To the Editor,
The NY State Legislature passed historic reforms in 2019. Campaign finance reform did not make it. Politicians in NY still must fund-raise like crazy from sources who can make the biggest contributions.The two worst effects of this are that candidates have little time to spend with future constituents listening to their concerns, and that they are under pressure to create policy that favors big donors.
One way to get big money out is for the state to match small donations at least at the rate of 6 to 1. This would mean that candidates who do not have big-$-donors would have enough money to be competitive. Small donor matching has been tried. Details of plans that work are known. The NYC plan has been very successful. A few other major cities and the state of Connecticut have implemented plans with necessary controls to prevent abuse.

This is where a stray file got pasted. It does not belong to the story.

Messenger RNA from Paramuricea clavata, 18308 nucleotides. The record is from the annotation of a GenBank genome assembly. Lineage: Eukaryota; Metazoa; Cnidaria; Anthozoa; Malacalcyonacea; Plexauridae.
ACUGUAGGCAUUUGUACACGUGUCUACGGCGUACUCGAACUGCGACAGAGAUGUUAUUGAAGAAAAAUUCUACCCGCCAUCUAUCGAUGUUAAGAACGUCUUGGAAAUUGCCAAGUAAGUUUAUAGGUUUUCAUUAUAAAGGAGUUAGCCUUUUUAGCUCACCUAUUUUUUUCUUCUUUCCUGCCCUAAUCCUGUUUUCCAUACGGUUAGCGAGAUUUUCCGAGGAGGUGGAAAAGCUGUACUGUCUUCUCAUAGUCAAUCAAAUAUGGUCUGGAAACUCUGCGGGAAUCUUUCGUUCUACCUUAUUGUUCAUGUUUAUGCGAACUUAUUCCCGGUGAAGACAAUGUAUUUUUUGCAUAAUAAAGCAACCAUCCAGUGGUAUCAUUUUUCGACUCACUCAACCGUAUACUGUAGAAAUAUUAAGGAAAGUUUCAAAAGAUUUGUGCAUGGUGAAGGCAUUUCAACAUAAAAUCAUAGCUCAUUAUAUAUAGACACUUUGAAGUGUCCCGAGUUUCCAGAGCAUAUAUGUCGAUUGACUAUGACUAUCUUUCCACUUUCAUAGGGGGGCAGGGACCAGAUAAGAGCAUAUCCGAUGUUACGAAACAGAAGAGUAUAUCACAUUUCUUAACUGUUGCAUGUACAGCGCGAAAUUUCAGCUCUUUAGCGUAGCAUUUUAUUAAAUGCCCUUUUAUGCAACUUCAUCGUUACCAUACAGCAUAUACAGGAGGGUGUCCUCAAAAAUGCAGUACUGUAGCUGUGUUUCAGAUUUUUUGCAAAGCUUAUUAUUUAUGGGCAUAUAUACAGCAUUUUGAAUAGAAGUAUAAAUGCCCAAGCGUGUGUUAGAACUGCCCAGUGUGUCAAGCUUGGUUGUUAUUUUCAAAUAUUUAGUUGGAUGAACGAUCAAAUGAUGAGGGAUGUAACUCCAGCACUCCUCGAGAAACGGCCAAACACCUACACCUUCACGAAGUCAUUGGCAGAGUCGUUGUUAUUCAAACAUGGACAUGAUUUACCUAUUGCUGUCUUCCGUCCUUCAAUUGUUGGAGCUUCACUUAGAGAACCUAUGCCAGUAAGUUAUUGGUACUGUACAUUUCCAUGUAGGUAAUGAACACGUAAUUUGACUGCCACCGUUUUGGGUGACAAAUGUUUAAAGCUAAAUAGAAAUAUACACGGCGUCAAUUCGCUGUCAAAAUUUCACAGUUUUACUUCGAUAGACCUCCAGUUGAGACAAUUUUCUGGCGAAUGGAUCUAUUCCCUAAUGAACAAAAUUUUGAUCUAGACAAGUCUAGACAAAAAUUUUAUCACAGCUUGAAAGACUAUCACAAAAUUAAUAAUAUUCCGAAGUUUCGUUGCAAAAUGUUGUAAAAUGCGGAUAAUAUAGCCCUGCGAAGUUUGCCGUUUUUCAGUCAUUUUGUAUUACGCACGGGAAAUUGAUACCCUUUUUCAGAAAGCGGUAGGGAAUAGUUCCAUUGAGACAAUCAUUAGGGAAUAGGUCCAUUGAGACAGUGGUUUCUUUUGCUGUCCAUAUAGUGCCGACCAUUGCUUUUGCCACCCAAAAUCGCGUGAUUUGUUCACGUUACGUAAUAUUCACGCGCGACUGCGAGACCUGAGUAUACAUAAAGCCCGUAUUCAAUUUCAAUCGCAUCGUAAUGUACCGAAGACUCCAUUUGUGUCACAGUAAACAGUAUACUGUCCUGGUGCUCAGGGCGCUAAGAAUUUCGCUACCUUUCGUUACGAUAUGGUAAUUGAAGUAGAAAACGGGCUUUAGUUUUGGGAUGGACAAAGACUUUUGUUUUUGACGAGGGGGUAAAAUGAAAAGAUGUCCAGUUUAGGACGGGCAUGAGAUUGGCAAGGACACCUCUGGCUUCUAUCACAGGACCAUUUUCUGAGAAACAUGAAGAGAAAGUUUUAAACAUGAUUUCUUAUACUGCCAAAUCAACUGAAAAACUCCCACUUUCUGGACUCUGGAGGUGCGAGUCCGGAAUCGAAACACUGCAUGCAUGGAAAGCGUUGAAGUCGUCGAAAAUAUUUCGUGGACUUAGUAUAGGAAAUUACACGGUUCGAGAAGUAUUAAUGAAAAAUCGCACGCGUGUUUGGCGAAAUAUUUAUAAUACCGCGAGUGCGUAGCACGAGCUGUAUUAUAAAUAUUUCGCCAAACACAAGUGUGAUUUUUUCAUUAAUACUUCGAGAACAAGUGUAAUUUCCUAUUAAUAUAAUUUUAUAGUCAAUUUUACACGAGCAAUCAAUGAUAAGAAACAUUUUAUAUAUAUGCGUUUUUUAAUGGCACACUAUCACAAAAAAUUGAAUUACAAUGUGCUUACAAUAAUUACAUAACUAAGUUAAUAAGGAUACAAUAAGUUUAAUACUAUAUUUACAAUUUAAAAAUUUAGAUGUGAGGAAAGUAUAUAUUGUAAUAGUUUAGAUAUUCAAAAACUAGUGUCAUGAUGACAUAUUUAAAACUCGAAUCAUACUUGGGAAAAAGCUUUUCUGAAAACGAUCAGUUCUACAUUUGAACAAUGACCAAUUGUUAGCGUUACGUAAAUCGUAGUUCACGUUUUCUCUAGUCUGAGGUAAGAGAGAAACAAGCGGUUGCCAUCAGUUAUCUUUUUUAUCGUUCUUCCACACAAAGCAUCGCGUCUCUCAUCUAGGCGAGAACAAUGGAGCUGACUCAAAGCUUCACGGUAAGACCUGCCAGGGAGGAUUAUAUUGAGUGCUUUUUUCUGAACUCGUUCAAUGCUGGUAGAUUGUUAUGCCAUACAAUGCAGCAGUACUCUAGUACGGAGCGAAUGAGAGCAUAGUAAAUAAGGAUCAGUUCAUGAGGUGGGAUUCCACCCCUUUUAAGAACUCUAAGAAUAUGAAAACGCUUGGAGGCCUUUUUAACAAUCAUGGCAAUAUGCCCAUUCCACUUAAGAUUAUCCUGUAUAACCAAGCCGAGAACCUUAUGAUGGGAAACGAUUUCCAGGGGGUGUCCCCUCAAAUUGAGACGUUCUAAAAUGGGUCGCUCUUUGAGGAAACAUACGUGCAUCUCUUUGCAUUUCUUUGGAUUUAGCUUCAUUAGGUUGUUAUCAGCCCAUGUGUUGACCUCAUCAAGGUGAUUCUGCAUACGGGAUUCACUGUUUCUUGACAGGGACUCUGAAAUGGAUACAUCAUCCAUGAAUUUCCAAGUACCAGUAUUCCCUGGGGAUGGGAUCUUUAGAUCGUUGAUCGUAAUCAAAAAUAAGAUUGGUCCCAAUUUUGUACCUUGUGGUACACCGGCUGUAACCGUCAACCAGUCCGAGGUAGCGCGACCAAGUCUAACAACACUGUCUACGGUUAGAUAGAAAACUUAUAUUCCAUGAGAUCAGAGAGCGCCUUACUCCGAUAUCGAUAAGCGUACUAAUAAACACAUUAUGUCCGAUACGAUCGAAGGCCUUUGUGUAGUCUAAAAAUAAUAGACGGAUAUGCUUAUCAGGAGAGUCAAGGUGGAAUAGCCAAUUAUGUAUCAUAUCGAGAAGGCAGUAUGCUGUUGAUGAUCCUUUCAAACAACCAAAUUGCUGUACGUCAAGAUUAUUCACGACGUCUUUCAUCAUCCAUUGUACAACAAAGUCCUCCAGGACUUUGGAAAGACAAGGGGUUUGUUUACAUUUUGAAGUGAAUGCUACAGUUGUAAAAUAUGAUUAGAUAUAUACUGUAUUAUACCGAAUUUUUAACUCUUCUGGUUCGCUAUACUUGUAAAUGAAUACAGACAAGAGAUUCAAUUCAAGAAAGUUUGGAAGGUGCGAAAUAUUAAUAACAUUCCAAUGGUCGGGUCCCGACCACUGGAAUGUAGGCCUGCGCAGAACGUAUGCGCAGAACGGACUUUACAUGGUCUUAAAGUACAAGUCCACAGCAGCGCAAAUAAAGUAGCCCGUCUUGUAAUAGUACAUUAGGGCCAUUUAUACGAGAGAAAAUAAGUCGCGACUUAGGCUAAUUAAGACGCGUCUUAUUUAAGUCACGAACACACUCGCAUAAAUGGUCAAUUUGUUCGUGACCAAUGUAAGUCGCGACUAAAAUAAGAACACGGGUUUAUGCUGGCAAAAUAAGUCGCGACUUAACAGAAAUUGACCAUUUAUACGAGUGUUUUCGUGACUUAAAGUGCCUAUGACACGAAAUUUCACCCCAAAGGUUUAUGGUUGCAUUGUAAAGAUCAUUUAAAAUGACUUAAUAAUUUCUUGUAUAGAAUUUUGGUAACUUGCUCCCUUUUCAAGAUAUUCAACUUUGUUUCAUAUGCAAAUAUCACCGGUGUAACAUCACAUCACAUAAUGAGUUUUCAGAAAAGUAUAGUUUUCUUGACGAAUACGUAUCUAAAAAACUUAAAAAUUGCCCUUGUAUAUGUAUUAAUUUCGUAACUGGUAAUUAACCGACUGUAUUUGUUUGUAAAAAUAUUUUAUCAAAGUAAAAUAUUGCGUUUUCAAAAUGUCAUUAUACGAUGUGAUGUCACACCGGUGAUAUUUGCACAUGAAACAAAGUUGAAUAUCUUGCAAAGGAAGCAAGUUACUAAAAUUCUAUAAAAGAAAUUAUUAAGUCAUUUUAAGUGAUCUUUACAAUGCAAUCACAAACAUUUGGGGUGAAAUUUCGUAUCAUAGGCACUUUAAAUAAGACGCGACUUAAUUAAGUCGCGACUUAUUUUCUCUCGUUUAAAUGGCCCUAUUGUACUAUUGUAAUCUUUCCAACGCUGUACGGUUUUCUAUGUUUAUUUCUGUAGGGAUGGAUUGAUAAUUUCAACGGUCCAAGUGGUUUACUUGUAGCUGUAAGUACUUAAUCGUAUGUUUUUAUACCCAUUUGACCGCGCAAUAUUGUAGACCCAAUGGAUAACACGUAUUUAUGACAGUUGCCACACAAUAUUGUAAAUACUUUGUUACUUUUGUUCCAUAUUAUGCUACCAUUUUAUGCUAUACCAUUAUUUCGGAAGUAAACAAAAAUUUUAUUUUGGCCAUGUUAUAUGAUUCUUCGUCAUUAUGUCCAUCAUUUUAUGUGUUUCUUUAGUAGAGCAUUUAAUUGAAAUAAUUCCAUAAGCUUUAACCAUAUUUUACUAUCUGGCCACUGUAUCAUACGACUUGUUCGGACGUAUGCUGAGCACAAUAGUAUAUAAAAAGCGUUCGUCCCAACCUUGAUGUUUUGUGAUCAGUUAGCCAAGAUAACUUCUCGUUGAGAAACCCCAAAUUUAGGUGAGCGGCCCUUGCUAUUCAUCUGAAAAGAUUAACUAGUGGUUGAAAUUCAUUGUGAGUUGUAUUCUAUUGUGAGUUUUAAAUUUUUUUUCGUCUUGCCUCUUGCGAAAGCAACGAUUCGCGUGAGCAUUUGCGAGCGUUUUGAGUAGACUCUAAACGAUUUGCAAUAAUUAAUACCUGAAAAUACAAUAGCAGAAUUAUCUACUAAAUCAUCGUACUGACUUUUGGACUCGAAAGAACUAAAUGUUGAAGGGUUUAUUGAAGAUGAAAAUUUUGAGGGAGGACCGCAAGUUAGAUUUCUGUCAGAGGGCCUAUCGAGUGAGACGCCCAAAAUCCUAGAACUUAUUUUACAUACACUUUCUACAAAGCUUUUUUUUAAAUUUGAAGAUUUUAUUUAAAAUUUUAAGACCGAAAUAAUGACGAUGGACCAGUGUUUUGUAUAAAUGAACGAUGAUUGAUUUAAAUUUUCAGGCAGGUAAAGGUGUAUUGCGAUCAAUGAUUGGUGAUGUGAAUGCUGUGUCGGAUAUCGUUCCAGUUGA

A major positive effect of small donor matching is that candidates spend their time with their constituents, listening to concerns while soliciting donations, donations that will give their campaigns significant financial support. Candidates like this. Many with potential big donors have chosen instead to work among constituents. Constituents feel heard. This is a win-win.
Since campaign finance reform is not yet NY law, a commission was appointed to recommend reforms. This Governor’s Campaign Finance Reform Commission will produce a report by December 1, 2019. The Commission’s recommendations become law on January 1, 2020. If NY Legislators do not agree with the report ‘s recommendations, they will have to call a special session during December and come to agreement before January 1.
Small donor matching funds is a clear path to limiting big money in NY politics. If the commission fails to recommend it, the Legislature must hold its special session and make it law!